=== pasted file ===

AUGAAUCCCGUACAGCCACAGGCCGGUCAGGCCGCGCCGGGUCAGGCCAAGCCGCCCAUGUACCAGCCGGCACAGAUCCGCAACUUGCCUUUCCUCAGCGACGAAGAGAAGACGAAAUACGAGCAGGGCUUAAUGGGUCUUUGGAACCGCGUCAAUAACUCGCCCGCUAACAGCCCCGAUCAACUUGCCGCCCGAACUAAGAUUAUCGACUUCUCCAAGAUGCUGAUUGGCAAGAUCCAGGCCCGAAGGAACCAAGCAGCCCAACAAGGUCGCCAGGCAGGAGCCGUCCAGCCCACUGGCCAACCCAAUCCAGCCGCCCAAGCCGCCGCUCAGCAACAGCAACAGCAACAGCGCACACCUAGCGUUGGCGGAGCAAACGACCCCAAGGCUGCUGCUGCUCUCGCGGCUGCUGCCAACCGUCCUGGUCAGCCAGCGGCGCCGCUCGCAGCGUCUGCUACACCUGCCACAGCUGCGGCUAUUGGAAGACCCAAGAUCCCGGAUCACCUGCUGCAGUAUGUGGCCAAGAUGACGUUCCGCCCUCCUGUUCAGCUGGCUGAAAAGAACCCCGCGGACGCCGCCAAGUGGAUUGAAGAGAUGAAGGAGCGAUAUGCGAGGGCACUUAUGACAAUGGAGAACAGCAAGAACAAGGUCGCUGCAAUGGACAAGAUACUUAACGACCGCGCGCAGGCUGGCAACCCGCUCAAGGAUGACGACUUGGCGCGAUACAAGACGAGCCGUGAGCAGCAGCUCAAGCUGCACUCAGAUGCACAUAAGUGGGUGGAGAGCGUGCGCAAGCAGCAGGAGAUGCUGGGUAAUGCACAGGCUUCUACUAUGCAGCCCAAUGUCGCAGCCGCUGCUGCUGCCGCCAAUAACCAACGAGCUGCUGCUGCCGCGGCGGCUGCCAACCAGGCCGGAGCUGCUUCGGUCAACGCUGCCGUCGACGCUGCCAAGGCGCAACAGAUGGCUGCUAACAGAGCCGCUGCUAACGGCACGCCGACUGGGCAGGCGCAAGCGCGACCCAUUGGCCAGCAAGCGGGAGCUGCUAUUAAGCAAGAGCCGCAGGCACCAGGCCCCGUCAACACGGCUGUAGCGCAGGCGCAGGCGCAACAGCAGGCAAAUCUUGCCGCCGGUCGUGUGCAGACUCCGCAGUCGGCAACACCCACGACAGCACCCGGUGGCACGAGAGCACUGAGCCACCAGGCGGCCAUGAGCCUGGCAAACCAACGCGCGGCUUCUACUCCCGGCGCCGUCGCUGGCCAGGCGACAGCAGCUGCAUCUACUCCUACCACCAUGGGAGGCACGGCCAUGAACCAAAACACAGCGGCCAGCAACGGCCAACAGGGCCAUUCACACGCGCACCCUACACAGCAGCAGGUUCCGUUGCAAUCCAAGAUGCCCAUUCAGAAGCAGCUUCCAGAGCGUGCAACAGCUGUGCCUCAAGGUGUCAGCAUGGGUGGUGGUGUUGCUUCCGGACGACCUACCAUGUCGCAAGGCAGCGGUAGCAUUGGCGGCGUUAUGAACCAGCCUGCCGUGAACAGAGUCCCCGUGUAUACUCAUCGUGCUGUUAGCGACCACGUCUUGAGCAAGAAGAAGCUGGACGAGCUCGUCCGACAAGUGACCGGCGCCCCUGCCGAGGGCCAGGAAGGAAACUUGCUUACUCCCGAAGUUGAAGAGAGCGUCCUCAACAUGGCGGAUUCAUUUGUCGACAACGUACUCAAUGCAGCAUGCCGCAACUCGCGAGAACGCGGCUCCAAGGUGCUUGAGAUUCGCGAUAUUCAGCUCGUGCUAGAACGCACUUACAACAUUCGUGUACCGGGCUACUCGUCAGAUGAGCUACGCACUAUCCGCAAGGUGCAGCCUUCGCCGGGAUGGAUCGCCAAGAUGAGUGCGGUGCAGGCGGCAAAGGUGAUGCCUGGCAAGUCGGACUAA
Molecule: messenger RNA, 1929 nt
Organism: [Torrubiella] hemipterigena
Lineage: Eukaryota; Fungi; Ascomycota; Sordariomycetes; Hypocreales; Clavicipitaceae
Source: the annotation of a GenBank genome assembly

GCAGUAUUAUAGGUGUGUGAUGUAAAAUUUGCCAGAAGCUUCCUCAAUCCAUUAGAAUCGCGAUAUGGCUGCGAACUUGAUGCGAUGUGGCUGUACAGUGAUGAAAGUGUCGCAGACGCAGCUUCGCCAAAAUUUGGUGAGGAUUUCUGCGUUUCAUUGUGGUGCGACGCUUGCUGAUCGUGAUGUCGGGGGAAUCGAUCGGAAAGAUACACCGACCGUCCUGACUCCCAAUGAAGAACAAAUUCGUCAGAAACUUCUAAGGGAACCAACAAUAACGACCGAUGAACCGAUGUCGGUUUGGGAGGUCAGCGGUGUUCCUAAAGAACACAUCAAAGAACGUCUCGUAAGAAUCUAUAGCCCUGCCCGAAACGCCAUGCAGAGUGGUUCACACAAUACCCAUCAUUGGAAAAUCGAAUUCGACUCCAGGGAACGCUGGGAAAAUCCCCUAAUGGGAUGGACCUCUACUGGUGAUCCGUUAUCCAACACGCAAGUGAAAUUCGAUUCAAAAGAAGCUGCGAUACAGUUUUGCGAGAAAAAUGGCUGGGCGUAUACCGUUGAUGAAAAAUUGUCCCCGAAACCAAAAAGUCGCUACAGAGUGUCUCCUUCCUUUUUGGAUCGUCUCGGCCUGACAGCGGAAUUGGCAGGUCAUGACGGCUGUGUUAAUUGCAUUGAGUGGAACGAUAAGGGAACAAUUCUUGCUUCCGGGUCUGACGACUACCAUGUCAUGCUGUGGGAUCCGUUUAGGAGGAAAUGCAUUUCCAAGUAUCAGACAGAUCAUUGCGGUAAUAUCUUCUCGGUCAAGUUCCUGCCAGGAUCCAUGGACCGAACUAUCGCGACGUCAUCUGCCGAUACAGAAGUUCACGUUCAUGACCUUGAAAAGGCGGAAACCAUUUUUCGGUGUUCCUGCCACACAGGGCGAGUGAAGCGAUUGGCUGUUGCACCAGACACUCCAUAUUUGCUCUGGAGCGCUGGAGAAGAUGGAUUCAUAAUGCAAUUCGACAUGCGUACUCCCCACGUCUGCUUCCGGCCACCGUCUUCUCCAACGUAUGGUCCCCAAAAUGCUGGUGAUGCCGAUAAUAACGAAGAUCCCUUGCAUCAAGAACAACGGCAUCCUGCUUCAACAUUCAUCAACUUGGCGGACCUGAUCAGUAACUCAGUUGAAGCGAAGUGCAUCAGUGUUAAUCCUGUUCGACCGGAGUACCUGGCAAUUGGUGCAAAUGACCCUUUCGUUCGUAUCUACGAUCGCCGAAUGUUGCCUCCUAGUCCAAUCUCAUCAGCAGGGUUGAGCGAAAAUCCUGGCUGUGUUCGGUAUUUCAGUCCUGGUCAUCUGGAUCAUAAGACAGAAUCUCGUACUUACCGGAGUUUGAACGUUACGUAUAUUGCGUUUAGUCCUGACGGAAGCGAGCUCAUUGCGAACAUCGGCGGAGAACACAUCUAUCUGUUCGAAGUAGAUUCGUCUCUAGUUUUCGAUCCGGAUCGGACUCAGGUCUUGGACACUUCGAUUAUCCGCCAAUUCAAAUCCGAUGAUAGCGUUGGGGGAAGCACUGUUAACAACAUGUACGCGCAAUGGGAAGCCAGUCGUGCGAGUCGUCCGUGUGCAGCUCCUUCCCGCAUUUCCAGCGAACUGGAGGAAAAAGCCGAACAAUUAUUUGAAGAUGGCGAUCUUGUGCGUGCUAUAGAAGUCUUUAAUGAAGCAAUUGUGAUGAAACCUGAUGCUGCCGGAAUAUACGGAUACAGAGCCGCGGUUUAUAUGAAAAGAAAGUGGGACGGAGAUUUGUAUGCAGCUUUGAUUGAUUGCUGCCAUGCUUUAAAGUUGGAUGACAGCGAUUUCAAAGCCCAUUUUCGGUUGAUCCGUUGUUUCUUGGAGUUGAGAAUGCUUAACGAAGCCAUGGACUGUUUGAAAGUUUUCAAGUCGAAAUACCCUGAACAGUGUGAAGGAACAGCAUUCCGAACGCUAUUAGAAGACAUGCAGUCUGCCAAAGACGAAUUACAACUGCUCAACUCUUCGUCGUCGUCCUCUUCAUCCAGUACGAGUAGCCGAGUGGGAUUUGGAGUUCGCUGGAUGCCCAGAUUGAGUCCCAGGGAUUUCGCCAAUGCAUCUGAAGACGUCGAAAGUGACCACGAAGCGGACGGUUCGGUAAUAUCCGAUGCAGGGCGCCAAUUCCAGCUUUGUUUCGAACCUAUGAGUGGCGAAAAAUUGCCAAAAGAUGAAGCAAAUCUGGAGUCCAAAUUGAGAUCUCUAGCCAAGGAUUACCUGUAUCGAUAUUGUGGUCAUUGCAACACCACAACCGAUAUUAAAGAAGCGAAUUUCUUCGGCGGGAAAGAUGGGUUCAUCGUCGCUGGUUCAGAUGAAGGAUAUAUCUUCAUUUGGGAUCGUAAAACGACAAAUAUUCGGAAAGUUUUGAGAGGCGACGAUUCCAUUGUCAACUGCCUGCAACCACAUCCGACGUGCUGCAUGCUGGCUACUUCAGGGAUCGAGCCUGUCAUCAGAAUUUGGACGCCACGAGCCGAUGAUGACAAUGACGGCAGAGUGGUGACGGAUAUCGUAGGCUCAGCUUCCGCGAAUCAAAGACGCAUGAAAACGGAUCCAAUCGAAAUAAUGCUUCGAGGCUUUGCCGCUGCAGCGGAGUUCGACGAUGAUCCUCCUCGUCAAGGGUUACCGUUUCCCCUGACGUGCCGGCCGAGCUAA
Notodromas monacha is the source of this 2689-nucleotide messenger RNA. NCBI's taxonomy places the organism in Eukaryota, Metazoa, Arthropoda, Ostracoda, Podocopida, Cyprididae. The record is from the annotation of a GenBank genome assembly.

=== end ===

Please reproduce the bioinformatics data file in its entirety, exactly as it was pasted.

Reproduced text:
AUGAAUCCCGUACAGCCACAGGCCGGUCAGGCCGCGCCGGGUCAGGCCAAGCCGCCCAUGUACCAGCCGGCACAGAUCCGCAACUUGCCUUUCCUCAGCGACGAAGAGAAGACGAAAUACGAGCAGGGCUUAAUGGGUCUUUGGAACCGCGUCAAUAACUCGCCCGCUAACAGCCCCGAUCAACUUGCCGCCCGAACUAAGAUUAUCGACUUCUCCAAGAUGCUGAUUGGCAAGAUCCAGGCCCGAAGGAACCAAGCAGCCCAACAAGGUCGCCAGGCAGGAGCCGUCCAGCCCACUGGCCAACCCAAUCCAGCCGCCCAAGCCGCCGCUCAGCAACAGCAACAGCAACAGCGCACACCUAGCGUUGGCGGAGCAAACGACCCCAAGGCUGCUGCUGCUCUCGCGGCUGCUGCCAACCGUCCUGGUCAGCCAGCGGCGCCGCUCGCAGCGUCUGCUACACCUGCCACAGCUGCGGCUAUUGGAAGACCCAAGAUCCCGGAUCACCUGCUGCAGUAUGUGGCCAAGAUGACGUUCCGCCCUCCUGUUCAGCUGGCUGAAAAGAACCCCGCGGACGCCGCCAAGUGGAUUGAAGAGAUGAAGGAGCGAUAUGCGAGGGCACUUAUGACAAUGGAGAACAGCAAGAACAAGGUCGCUGCAAUGGACAAGAUACUUAACGACCGCGCGCAGGCUGGCAACCCGCUCAAGGAUGACGACUUGGCGCGAUACAAGACGAGCCGUGAGCAGCAGCUCAAGCUGCACUCAGAUGCACAUAAGUGGGUGGAGAGCGUGCGCAAGCAGCAGGAGAUGCUGGGUAAUGCACAGGCUUCUACUAUGCAGCCCAAUGUCGCAGCCGCUGCUGCUGCCGCCAAUAACCAACGAGCUGCUGCUGCCGCGGCGGCUGCCAACCAGGCCGGAGCUGCUUCGGUCAACGCUGCCGUCGACGCUGCCAAGGCGCAACAGAUGGCUGCUAACAGAGCCGCUGCUAACGGCACGCCGACUGGGCAGGCGCAAGCGCGACCCAUUGGCCAGCAAGCGGGAGCUGCUAUUAAGCAAGAGCCGCAGGCACCAGGCCCCGUCAACACGGCUGUAGCGCAGGCGCAGGCGCAACAGCAGGCAAAUCUUGCCGCCGGUCGUGUGCAGACUCCGCAGUCGGCAACACCCACGACAGCACCCGGUGGCACGAGAGCACUGAGCCACCAGGCGGCCAUGAGCCUGGCAAACCAACGCGCGGCUUCUACUCCCGGCGCCGUCGCUGGCCAGGCGACAGCAGCUGCAUCUACUCCUACCACCAUGGGAGGCACGGCCAUGAACCAAAACACAGCGGCCAGCAACGGCCAACAGGGCCAUUCACACGCGCACCCUACACAGCAGCAGGUUCCGUUGCAAUCCAAGAUGCCCAUUCAGAAGCAGCUUCCAGAGCGUGCAACAGCUGUGCCUCAAGGUGUCAGCAUGGGUGGUGGUGUUGCUUCCGGACGACCUACCAUGUCGCAAGGCAGCGGUAGCAUUGGCGGCGUUAUGAACCAGCCUGCCGUGAACAGAGUCCCCGUGUAUACUCAUCGUGCUGUUAGCGACCACGUCUUGAGCAAGAAGAAGCUGGACGAGCUCGUCCGACAAGUGACCGGCGCCCCUGCCGAGGGCCAGGAAGGAAACUUGCUUACUCCCGAAGUUGAAGAGAGCGUCCUCAACAUGGCGGAUUCAUUUGUCGACAACGUACUCAAUGCAGCAUGCCGCAACUCGCGAGAACGCGGCUCCAAGGUGCUUGAGAUUCGCGAUAUUCAGCUCGUGCUAGAACGCACUUACAACAUUCGUGUACCGGGCUACUCGUCAGAUGAGCUACGCACUAUCCGCAAGGUGCAGCCUUCGCCGGGAUGGAUCGCCAAGAUGAGUGCGGUGCAGGCGGCAAAGGUGAUGCCUGGCAAGUCGGACUAA
Molecule: messenger RNA, 1929 nt
Organism: [Torrubiella] hemipterigena
Lineage: Eukaryota; Fungi; Ascomycota; Sordariomycetes; Hypocreales; Clavicipitaceae
Source: the annotation of a GenBank genome assembly

GCAGUAUUAUAGGUGUGUGAUGUAAAAUUUGCCAGAAGCUUCCUCAAUCCAUUAGAAUCGCGAUAUGGCUGCGAACUUGAUGCGAUGUGGCUGUACAGUGAUGAAAGUGUCGCAGACGCAGCUUCGCCAAAAUUUGGUGAGGAUUUCUGCGUUUCAUUGUGGUGCGACGCUUGCUGAUCGUGAUGUCGGGGGAAUCGAUCGGAAAGAUACACCGACCGUCCUGACUCCCAAUGAAGAACAAAUUCGUCAGAAACUUCUAAGGGAACCAACAAUAACGACCGAUGAACCGAUGUCGGUUUGGGAGGUCAGCGGUGUUCCUAAAGAACACAUCAAAGAACGUCUCGUAAGAAUCUAUAGCCCUGCCCGAAACGCCAUGCAGAGUGGUUCACACAAUACCCAUCAUUGGAAAAUCGAAUUCGACUCCAGGGAACGCUGGGAAAAUCCCCUAAUGGGAUGGACCUCUACUGGUGAUCCGUUAUCCAACACGCAAGUGAAAUUCGAUUCAAAAGAAGCUGCGAUACAGUUUUGCGAGAAAAAUGGCUGGGCGUAUACCGUUGAUGAAAAAUUGUCCCCGAAACCAAAAAGUCGCUACAGAGUGUCUCCUUCCUUUUUGGAUCGUCUCGGCCUGACAGCGGAAUUGGCAGGUCAUGACGGCUGUGUUAAUUGCAUUGAGUGGAACGAUAAGGGAACAAUUCUUGCUUCCGGGUCUGACGACUACCAUGUCAUGCUGUGGGAUCCGUUUAGGAGGAAAUGCAUUUCCAAGUAUCAGACAGAUCAUUGCGGUAAUAUCUUCUCGGUCAAGUUCCUGCCAGGAUCCAUGGACCGAACUAUCGCGACGUCAUCUGCCGAUACAGAAGUUCACGUUCAUGACCUUGAAAAGGCGGAAACCAUUUUUCGGUGUUCCUGCCACACAGGGCGAGUGAAGCGAUUGGCUGUUGCACCAGACACUCCAUAUUUGCUCUGGAGCGCUGGAGAAGAUGGAUUCAUAAUGCAAUUCGACAUGCGUACUCCCCACGUCUGCUUCCGGCCACCGUCUUCUCCAACGUAUGGUCCCCAAAAUGCUGGUGAUGCCGAUAAUAACGAAGAUCCCUUGCAUCAAGAACAACGGCAUCCUGCUUCAACAUUCAUCAACUUGGCGGACCUGAUCAGUAACUCAGUUGAAGCGAAGUGCAUCAGUGUUAAUCCUGUUCGACCGGAGUACCUGGCAAUUGGUGCAAAUGACCCUUUCGUUCGUAUCUACGAUCGCCGAAUGUUGCCUCCUAGUCCAAUCUCAUCAGCAGGGUUGAGCGAAAAUCCUGGCUGUGUUCGGUAUUUCAGUCCUGGUCAUCUGGAUCAUAAGACAGAAUCUCGUACUUACCGGAGUUUGAACGUUACGUAUAUUGCGUUUAGUCCUGACGGAAGCGAGCUCAUUGCGAACAUCGGCGGAGAACACAUCUAUCUGUUCGAAGUAGAUUCGUCUCUAGUUUUCGAUCCGGAUCGGACUCAGGUCUUGGACACUUCGAUUAUCCGCCAAUUCAAAUCCGAUGAUAGCGUUGGGGGAAGCACUGUUAACAACAUGUACGCGCAAUGGGAAGCCAGUCGUGCGAGUCGUCCGUGUGCAGCUCCUUCCCGCAUUUCCAGCGAACUGGAGGAAAAAGCCGAACAAUUAUUUGAAGAUGGCGAUCUUGUGCGUGCUAUAGAAGUCUUUAAUGAAGCAAUUGUGAUGAAACCUGAUGCUGCCGGAAUAUACGGAUACAGAGCCGCGGUUUAUAUGAAAAGAAAGUGGGACGGAGAUUUGUAUGCAGCUUUGAUUGAUUGCUGCCAUGCUUUAAAGUUGGAUGACAGCGAUUUCAAAGCCCAUUUUCGGUUGAUCCGUUGUUUCUUGGAGUUGAGAAUGCUUAACGAAGCCAUGGACUGUUUGAAAGUUUUCAAGUCGAAAUACCCUGAACAGUGUGAAGGAACAGCAUUCCGAACGCUAUUAGAAGACAUGCAGUCUGCCAAAGACGAAUUACAACUGCUCAACUCUUCGUCGUCGUCCUCUUCAUCCAGUACGAGUAGCCGAGUGGGAUUUGGAGUUCGCUGGAUGCCCAGAUUGAGUCCCAGGGAUUUCGCCAAUGCAUCUGAAGACGUCGAAAGUGACCACGAAGCGGACGGUUCGGUAAUAUCCGAUGCAGGGCGCCAAUUCCAGCUUUGUUUCGAACCUAUGAGUGGCGAAAAAUUGCCAAAAGAUGAAGCAAAUCUGGAGUCCAAAUUGAGAUCUCUAGCCAAGGAUUACCUGUAUCGAUAUUGUGGUCAUUGCAACACCACAACCGAUAUUAAAGAAGCGAAUUUCUUCGGCGGGAAAGAUGGGUUCAUCGUCGCUGGUUCAGAUGAAGGAUAUAUCUUCAUUUGGGAUCGUAAAACGACAAAUAUUCGGAAAGUUUUGAGAGGCGACGAUUCCAUUGUCAACUGCCUGCAACCACAUCCGACGUGCUGCAUGCUGGCUACUUCAGGGAUCGAGCCUGUCAUCAGAAUUUGGACGCCACGAGCCGAUGAUGACAAUGACGGCAGAGUGGUGACGGAUAUCGUAGGCUCAGCUUCCGCGAAUCAAAGACGCAUGAAAACGGAUCCAAUCGAAAUAAUGCUUCGAGGCUUUGCCGCUGCAGCGGAGUUCGACGAUGAUCCUCCUCGUCAAGGGUUACCGUUUCCCCUGACGUGCCGGCCGAGCUAA
Notodromas monacha is the source of this 2689-nucleotide messenger RNA. NCBI's taxonomy places the organism in Eukaryota, Metazoa, Arthropoda, Ostracoda, Podocopida, Cyprididae. The record is from the annotation of a GenBank genome assembly.